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Patterson v. State

Court of Appeals of Alaska

April 11, 2014

KEVIN S. PATTERSON, Appellant,
v.
STATE OF ALASKA, Appellee

Appeal from the District Court, Third Judicial District Kenai, Sharon Illsley, Judge. Trial Court No. 3KN-09-1183 CR.

Doug Miller, The Law Office of Douglas S. Miller, Anchorage, for the Appellant.

Marika Athens, Assistant Attorney General, (briefing) and Adam Alexander, Assistant Attorney General, (oral argument), Office of Special Prosecutions and Appeals, Anchorage, and Michael C. Geraghty, Attorney General, Juneau, for the Appellee.

Before: Mannheimer, Chief Judge, Allard, Judge, and Hanley, District Court Judge.[*]

OPINION

ALLARD, Judge.

Kevin S. Patterson is required to register as a sex offender for life and to file quarterly written verifications with the Department of Public Safety. After he failed to disclose all the email addresses he used in his April 2009 quarterly verification, he was convicted of second-degree failure to register as a sex offender for " knowingly fail[ing] to supply accurate and complete information" in his quarterly verification.[1]

Patterson appeals his conviction, arguing that he was not required to disclose all of his email addresses because the legal requirement to do so did not arise until after he had filed his initial registration. Patterson asserts

Page 66

that he complied with his statutory duty to disclose the email addresses that he had " established" or " changed" since his last quarterly verification and that he was under no statutory obligation to disclose the email address he created in 2006, prior to the enactment of the email disclosure requirements.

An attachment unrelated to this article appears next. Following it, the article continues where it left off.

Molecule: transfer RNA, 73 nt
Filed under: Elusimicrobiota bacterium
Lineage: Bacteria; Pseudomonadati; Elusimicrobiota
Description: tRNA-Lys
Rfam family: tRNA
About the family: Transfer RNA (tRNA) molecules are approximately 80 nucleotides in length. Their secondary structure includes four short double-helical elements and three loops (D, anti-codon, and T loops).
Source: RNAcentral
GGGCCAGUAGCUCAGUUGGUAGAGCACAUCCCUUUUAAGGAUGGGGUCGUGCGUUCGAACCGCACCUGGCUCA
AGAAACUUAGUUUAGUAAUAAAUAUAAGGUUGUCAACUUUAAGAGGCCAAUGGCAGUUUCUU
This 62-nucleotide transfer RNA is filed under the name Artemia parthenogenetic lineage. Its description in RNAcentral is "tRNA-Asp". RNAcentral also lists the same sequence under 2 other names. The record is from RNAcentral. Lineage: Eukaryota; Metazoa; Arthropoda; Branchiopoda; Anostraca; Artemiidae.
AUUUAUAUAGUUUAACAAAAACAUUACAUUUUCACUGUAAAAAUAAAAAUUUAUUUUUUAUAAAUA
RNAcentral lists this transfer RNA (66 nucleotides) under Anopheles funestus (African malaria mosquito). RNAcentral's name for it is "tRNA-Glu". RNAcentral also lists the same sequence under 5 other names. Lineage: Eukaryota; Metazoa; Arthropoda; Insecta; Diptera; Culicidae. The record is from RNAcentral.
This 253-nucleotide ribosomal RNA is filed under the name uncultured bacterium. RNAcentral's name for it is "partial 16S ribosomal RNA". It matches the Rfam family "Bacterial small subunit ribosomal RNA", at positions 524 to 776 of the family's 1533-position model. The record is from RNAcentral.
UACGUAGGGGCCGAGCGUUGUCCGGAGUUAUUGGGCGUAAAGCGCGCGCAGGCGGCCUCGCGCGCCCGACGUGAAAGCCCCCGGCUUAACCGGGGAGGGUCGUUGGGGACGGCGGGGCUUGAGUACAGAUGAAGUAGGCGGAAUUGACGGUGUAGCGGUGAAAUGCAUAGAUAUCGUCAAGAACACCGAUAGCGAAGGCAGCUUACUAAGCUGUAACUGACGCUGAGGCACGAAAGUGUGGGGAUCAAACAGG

For the reasons discussed below, we reject Patterson's interpretation of the sex offender registration statute and affirm Patterson's conviction.

Facts and proceedings

Patterson was convicted in Minnesota of felony possession of child pornography and child endangerment. Since 2007, he has been required under an interstate compact to register as a sex offender in Alaska. Because Patterson has been convicted of two or more sex offenses, his duty to register continues for life, and he must file quarterly verifications with the Department of Public Safety.[2] Since January 1, 2009, this duty to file quarterly verifications has included the duty to disclose email addresses.[3]

On April 14, 2009, Patterson's probation officer reported to the Alaska State Troopers that she suspected Patterson was using his computer in a manner that violated the conditions of his probation. In the course of the troopers' investigation, they learned that Patterson had email addresses he had not disclosed in his January 30, 2009 and April 29, 2009 quarterly verifications. In those verifications, Patterson had disclosed only his school email address, which his probation officer had given him permission to use. Patterson was consequently charged under AS 11.56.840 with one count of second-degree failure to register as a sex offender for failing to disclose all of his email addresses.[4]

Patterson moved to suppress the evidence and to dismiss the charge, arguing that AS 11.56.840 did not require him to report all of his email addresses in each written verification, only the email addresses he had recently " established" or " changed." Patterson asserted that he had established the email addresses he was charged with failing to disclose before the email disclosure requirement went into effect. Patterson additionally argued that, to the extent the statute did require him to disclose all of his email ...


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